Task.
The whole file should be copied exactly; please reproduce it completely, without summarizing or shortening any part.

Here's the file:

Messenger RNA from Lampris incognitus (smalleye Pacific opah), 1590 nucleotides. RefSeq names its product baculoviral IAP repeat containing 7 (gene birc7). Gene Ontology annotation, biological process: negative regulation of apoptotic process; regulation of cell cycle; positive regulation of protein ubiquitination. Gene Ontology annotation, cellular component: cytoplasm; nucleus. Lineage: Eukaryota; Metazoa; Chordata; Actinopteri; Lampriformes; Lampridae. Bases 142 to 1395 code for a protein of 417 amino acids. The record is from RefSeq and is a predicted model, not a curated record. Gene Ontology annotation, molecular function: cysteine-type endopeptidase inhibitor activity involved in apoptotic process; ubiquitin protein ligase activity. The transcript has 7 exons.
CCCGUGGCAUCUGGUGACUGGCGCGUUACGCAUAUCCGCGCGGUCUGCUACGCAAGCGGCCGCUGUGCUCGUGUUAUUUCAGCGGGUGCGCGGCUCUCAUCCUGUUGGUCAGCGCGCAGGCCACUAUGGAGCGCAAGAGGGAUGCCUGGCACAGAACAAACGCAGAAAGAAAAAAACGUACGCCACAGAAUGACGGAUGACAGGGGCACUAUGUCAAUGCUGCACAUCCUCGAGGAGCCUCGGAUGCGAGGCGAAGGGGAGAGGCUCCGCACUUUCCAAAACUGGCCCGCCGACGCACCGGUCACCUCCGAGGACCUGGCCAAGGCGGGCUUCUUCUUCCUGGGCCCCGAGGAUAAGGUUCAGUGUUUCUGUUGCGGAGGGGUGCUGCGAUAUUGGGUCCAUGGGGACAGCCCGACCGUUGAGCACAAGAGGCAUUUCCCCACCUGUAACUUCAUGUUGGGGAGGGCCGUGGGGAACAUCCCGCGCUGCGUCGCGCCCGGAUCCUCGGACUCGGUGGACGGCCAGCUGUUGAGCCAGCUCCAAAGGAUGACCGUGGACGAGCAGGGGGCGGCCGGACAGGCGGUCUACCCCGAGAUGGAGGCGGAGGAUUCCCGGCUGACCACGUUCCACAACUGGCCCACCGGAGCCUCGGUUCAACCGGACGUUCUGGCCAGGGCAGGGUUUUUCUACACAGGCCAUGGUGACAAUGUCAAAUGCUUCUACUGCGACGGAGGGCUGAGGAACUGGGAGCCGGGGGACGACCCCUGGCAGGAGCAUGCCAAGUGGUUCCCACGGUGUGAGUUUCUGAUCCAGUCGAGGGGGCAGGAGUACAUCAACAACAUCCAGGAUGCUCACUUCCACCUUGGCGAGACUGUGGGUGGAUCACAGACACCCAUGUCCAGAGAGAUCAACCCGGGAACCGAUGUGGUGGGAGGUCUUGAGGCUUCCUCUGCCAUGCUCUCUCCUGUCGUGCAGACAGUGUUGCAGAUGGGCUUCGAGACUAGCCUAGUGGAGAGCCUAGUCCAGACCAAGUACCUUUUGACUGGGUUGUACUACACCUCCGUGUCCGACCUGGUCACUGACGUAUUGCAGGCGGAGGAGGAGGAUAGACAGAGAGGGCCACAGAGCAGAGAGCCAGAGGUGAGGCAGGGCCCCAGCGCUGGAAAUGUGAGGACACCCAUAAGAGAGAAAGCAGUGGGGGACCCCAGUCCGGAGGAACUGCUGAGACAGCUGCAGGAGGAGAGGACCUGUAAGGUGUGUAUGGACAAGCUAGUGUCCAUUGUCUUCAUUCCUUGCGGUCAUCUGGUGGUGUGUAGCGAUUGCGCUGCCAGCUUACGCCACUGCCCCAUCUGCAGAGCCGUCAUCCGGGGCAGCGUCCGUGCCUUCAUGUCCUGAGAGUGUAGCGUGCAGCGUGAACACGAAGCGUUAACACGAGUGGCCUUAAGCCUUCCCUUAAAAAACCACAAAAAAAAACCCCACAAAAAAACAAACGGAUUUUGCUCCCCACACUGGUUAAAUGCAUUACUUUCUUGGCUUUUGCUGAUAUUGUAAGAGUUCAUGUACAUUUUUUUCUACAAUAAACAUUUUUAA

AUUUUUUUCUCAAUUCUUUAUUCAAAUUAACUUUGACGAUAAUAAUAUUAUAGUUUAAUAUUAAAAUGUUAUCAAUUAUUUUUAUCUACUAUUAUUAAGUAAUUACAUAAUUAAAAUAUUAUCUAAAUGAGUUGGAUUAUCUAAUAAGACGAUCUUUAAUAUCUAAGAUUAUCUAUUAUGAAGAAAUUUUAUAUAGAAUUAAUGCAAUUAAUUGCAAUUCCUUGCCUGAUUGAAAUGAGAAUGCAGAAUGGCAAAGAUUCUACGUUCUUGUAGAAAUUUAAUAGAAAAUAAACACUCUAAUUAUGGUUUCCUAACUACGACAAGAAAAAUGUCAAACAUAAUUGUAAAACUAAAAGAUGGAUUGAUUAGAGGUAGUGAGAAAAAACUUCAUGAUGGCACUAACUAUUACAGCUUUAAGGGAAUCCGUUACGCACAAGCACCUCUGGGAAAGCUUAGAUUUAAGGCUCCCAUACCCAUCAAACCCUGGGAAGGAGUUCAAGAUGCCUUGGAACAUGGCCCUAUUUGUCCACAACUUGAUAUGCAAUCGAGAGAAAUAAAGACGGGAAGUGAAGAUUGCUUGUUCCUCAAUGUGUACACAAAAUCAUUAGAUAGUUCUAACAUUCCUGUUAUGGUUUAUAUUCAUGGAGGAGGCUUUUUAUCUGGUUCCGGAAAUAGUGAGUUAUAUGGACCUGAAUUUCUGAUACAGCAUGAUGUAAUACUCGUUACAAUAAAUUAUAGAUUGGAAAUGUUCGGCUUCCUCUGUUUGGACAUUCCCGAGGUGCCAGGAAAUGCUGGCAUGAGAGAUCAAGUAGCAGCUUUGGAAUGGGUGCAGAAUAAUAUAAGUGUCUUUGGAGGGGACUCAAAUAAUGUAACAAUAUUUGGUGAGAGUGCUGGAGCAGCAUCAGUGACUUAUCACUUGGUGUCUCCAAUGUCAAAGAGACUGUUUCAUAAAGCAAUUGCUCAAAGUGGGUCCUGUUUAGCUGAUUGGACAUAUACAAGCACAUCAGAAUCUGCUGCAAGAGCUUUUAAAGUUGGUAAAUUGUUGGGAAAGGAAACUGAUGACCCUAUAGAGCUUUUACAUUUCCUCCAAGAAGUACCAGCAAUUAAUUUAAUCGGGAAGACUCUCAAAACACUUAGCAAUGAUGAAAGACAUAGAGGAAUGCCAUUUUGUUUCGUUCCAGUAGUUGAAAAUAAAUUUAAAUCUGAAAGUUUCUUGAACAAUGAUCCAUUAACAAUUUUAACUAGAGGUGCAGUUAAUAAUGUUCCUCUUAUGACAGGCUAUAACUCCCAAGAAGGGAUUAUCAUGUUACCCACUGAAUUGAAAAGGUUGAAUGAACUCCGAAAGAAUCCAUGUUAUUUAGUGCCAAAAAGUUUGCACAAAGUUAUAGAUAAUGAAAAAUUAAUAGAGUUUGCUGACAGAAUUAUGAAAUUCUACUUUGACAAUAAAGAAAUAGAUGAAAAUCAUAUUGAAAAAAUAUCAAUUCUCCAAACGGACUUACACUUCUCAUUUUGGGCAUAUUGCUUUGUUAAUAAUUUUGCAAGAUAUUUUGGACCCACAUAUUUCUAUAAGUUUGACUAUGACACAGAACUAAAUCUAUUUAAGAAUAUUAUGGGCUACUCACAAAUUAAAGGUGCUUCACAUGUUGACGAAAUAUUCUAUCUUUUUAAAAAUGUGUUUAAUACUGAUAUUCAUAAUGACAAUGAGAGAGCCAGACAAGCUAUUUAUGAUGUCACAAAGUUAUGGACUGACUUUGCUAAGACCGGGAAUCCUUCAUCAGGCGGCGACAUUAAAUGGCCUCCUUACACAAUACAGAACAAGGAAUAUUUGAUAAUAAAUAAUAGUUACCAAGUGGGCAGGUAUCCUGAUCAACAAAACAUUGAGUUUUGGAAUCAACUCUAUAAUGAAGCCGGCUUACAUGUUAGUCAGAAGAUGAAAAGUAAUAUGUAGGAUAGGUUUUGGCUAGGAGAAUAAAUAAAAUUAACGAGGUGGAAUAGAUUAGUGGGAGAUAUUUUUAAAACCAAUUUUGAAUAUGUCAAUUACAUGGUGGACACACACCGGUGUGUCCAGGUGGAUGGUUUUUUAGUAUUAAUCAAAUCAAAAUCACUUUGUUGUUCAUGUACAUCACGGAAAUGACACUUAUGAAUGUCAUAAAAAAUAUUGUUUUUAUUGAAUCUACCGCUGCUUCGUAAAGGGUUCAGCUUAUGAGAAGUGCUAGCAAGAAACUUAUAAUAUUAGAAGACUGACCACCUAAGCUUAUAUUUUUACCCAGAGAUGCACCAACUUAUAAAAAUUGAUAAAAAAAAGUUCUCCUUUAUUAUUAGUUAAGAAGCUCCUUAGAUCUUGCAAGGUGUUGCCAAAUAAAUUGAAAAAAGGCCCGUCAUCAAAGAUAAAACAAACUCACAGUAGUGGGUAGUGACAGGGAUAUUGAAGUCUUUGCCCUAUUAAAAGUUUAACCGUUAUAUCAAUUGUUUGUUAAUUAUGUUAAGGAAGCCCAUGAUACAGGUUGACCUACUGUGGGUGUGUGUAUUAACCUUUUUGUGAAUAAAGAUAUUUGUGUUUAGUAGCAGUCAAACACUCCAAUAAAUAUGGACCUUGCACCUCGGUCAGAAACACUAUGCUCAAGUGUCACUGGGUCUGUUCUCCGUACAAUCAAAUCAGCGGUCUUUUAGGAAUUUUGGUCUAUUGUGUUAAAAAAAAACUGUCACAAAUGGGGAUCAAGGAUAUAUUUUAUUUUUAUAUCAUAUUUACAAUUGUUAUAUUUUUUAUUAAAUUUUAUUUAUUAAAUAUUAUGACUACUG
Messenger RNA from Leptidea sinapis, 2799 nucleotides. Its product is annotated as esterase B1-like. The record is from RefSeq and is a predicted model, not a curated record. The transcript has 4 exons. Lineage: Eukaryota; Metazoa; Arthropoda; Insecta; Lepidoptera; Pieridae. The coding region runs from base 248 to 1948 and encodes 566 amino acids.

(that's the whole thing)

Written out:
Messenger RNA from Lampris incognitus (smalleye Pacific opah), 1590 nucleotides. RefSeq names its product baculoviral IAP repeat containing 7 (gene birc7). Gene Ontology annotation, biological process: negative regulation of apoptotic process; regulation of cell cycle; positive regulation of protein ubiquitination. Gene Ontology annotation, cellular component: cytoplasm; nucleus. Lineage: Eukaryota; Metazoa; Chordata; Actinopteri; Lampriformes; Lampridae. Bases 142 to 1395 code for a protein of 417 amino acids. The record is from RefSeq and is a predicted model, not a curated record. Gene Ontology annotation, molecular function: cysteine-type endopeptidase inhibitor activity involved in apoptotic process; ubiquitin protein ligase activity. The transcript has 7 exons.
CCCGUGGCAUCUGGUGACUGGCGCGUUACGCAUAUCCGCGCGGUCUGCUACGCAAGCGGCCGCUGUGCUCGUGUUAUUUCAGCGGGUGCGCGGCUCUCAUCCUGUUGGUCAGCGCGCAGGCCACUAUGGAGCGCAAGAGGGAUGCCUGGCACAGAACAAACGCAGAAAGAAAAAAACGUACGCCACAGAAUGACGGAUGACAGGGGCACUAUGUCAAUGCUGCACAUCCUCGAGGAGCCUCGGAUGCGAGGCGAAGGGGAGAGGCUCCGCACUUUCCAAAACUGGCCCGCCGACGCACCGGUCACCUCCGAGGACCUGGCCAAGGCGGGCUUCUUCUUCCUGGGCCCCGAGGAUAAGGUUCAGUGUUUCUGUUGCGGAGGGGUGCUGCGAUAUUGGGUCCAUGGGGACAGCCCGACCGUUGAGCACAAGAGGCAUUUCCCCACCUGUAACUUCAUGUUGGGGAGGGCCGUGGGGAACAUCCCGCGCUGCGUCGCGCCCGGAUCCUCGGACUCGGUGGACGGCCAGCUGUUGAGCCAGCUCCAAAGGAUGACCGUGGACGAGCAGGGGGCGGCCGGACAGGCGGUCUACCCCGAGAUGGAGGCGGAGGAUUCCCGGCUGACCACGUUCCACAACUGGCCCACCGGAGCCUCGGUUCAACCGGACGUUCUGGCCAGGGCAGGGUUUUUCUACACAGGCCAUGGUGACAAUGUCAAAUGCUUCUACUGCGACGGAGGGCUGAGGAACUGGGAGCCGGGGGACGACCCCUGGCAGGAGCAUGCCAAGUGGUUCCCACGGUGUGAGUUUCUGAUCCAGUCGAGGGGGCAGGAGUACAUCAACAACAUCCAGGAUGCUCACUUCCACCUUGGCGAGACUGUGGGUGGAUCACAGACACCCAUGUCCAGAGAGAUCAACCCGGGAACCGAUGUGGUGGGAGGUCUUGAGGCUUCCUCUGCCAUGCUCUCUCCUGUCGUGCAGACAGUGUUGCAGAUGGGCUUCGAGACUAGCCUAGUGGAGAGCCUAGUCCAGACCAAGUACCUUUUGACUGGGUUGUACUACACCUCCGUGUCCGACCUGGUCACUGACGUAUUGCAGGCGGAGGAGGAGGAUAGACAGAGAGGGCCACAGAGCAGAGAGCCAGAGGUGAGGCAGGGCCCCAGCGCUGGAAAUGUGAGGACACCCAUAAGAGAGAAAGCAGUGGGGGACCCCAGUCCGGAGGAACUGCUGAGACAGCUGCAGGAGGAGAGGACCUGUAAGGUGUGUAUGGACAAGCUAGUGUCCAUUGUCUUCAUUCCUUGCGGUCAUCUGGUGGUGUGUAGCGAUUGCGCUGCCAGCUUACGCCACUGCCCCAUCUGCAGAGCCGUCAUCCGGGGCAGCGUCCGUGCCUUCAUGUCCUGAGAGUGUAGCGUGCAGCGUGAACACGAAGCGUUAACACGAGUGGCCUUAAGCCUUCCCUUAAAAAACCACAAAAAAAAACCCCACAAAAAAACAAACGGAUUUUGCUCCCCACACUGGUUAAAUGCAUUACUUUCUUGGCUUUUGCUGAUAUUGUAAGAGUUCAUGUACAUUUUUUUCUACAAUAAACAUUUUUAA

AUUUUUUUCUCAAUUCUUUAUUCAAAUUAACUUUGACGAUAAUAAUAUUAUAGUUUAAUAUUAAAAUGUUAUCAAUUAUUUUUAUCUACUAUUAUUAAGUAAUUACAUAAUUAAAAUAUUAUCUAAAUGAGUUGGAUUAUCUAAUAAGACGAUCUUUAAUAUCUAAGAUUAUCUAUUAUGAAGAAAUUUUAUAUAGAAUUAAUGCAAUUAAUUGCAAUUCCUUGCCUGAUUGAAAUGAGAAUGCAGAAUGGCAAAGAUUCUACGUUCUUGUAGAAAUUUAAUAGAAAAUAAACACUCUAAUUAUGGUUUCCUAACUACGACAAGAAAAAUGUCAAACAUAAUUGUAAAACUAAAAGAUGGAUUGAUUAGAGGUAGUGAGAAAAAACUUCAUGAUGGCACUAACUAUUACAGCUUUAAGGGAAUCCGUUACGCACAAGCACCUCUGGGAAAGCUUAGAUUUAAGGCUCCCAUACCCAUCAAACCCUGGGAAGGAGUUCAAGAUGCCUUGGAACAUGGCCCUAUUUGUCCACAACUUGAUAUGCAAUCGAGAGAAAUAAAGACGGGAAGUGAAGAUUGCUUGUUCCUCAAUGUGUACACAAAAUCAUUAGAUAGUUCUAACAUUCCUGUUAUGGUUUAUAUUCAUGGAGGAGGCUUUUUAUCUGGUUCCGGAAAUAGUGAGUUAUAUGGACCUGAAUUUCUGAUACAGCAUGAUGUAAUACUCGUUACAAUAAAUUAUAGAUUGGAAAUGUUCGGCUUCCUCUGUUUGGACAUUCCCGAGGUGCCAGGAAAUGCUGGCAUGAGAGAUCAAGUAGCAGCUUUGGAAUGGGUGCAGAAUAAUAUAAGUGUCUUUGGAGGGGACUCAAAUAAUGUAACAAUAUUUGGUGAGAGUGCUGGAGCAGCAUCAGUGACUUAUCACUUGGUGUCUCCAAUGUCAAAGAGACUGUUUCAUAAAGCAAUUGCUCAAAGUGGGUCCUGUUUAGCUGAUUGGACAUAUACAAGCACAUCAGAAUCUGCUGCAAGAGCUUUUAAAGUUGGUAAAUUGUUGGGAAAGGAAACUGAUGACCCUAUAGAGCUUUUACAUUUCCUCCAAGAAGUACCAGCAAUUAAUUUAAUCGGGAAGACUCUCAAAACACUUAGCAAUGAUGAAAGACAUAGAGGAAUGCCAUUUUGUUUCGUUCCAGUAGUUGAAAAUAAAUUUAAAUCUGAAAGUUUCUUGAACAAUGAUCCAUUAACAAUUUUAACUAGAGGUGCAGUUAAUAAUGUUCCUCUUAUGACAGGCUAUAACUCCCAAGAAGGGAUUAUCAUGUUACCCACUGAAUUGAAAAGGUUGAAUGAACUCCGAAAGAAUCCAUGUUAUUUAGUGCCAAAAAGUUUGCACAAAGUUAUAGAUAAUGAAAAAUUAAUAGAGUUUGCUGACAGAAUUAUGAAAUUCUACUUUGACAAUAAAGAAAUAGAUGAAAAUCAUAUUGAAAAAAUAUCAAUUCUCCAAACGGACUUACACUUCUCAUUUUGGGCAUAUUGCUUUGUUAAUAAUUUUGCAAGAUAUUUUGGACCCACAUAUUUCUAUAAGUUUGACUAUGACACAGAACUAAAUCUAUUUAAGAAUAUUAUGGGCUACUCACAAAUUAAAGGUGCUUCACAUGUUGACGAAAUAUUCUAUCUUUUUAAAAAUGUGUUUAAUACUGAUAUUCAUAAUGACAAUGAGAGAGCCAGACAAGCUAUUUAUGAUGUCACAAAGUUAUGGACUGACUUUGCUAAGACCGGGAAUCCUUCAUCAGGCGGCGACAUUAAAUGGCCUCCUUACACAAUACAGAACAAGGAAUAUUUGAUAAUAAAUAAUAGUUACCAAGUGGGCAGGUAUCCUGAUCAACAAAACAUUGAGUUUUGGAAUCAACUCUAUAAUGAAGCCGGCUUACAUGUUAGUCAGAAGAUGAAAAGUAAUAUGUAGGAUAGGUUUUGGCUAGGAGAAUAAAUAAAAUUAACGAGGUGGAAUAGAUUAGUGGGAGAUAUUUUUAAAACCAAUUUUGAAUAUGUCAAUUACAUGGUGGACACACACCGGUGUGUCCAGGUGGAUGGUUUUUUAGUAUUAAUCAAAUCAAAAUCACUUUGUUGUUCAUGUACAUCACGGAAAUGACACUUAUGAAUGUCAUAAAAAAUAUUGUUUUUAUUGAAUCUACCGCUGCUUCGUAAAGGGUUCAGCUUAUGAGAAGUGCUAGCAAGAAACUUAUAAUAUUAGAAGACUGACCACCUAAGCUUAUAUUUUUACCCAGAGAUGCACCAACUUAUAAAAAUUGAUAAAAAAAAGUUCUCCUUUAUUAUUAGUUAAGAAGCUCCUUAGAUCUUGCAAGGUGUUGCCAAAUAAAUUGAAAAAAGGCCCGUCAUCAAAGAUAAAACAAACUCACAGUAGUGGGUAGUGACAGGGAUAUUGAAGUCUUUGCCCUAUUAAAAGUUUAACCGUUAUAUCAAUUGUUUGUUAAUUAUGUUAAGGAAGCCCAUGAUACAGGUUGACCUACUGUGGGUGUGUGUAUUAACCUUUUUGUGAAUAAAGAUAUUUGUGUUUAGUAGCAGUCAAACACUCCAAUAAAUAUGGACCUUGCACCUCGGUCAGAAACACUAUGCUCAAGUGUCACUGGGUCUGUUCUCCGUACAAUCAAAUCAGCGGUCUUUUAGGAAUUUUGGUCUAUUGUGUUAAAAAAAAACUGUCACAAAUGGGGAUCAAGGAUAUAUUUUAUUUUUAUAUCAUAUUUACAAUUGUUAUAUUUUUUAUUAAAUUUUAUUUAUUAAAUAUUAUGACUACUG
Messenger RNA from Leptidea sinapis, 2799 nucleotides. Its product is annotated as esterase B1-like. The record is from RefSeq and is a predicted model, not a curated record. The transcript has 4 exons. Lineage: Eukaryota; Metazoa; Arthropoda; Insecta; Lepidoptera; Pieridae. The coding region runs from base 248 to 1948 and encodes 566 amino acids.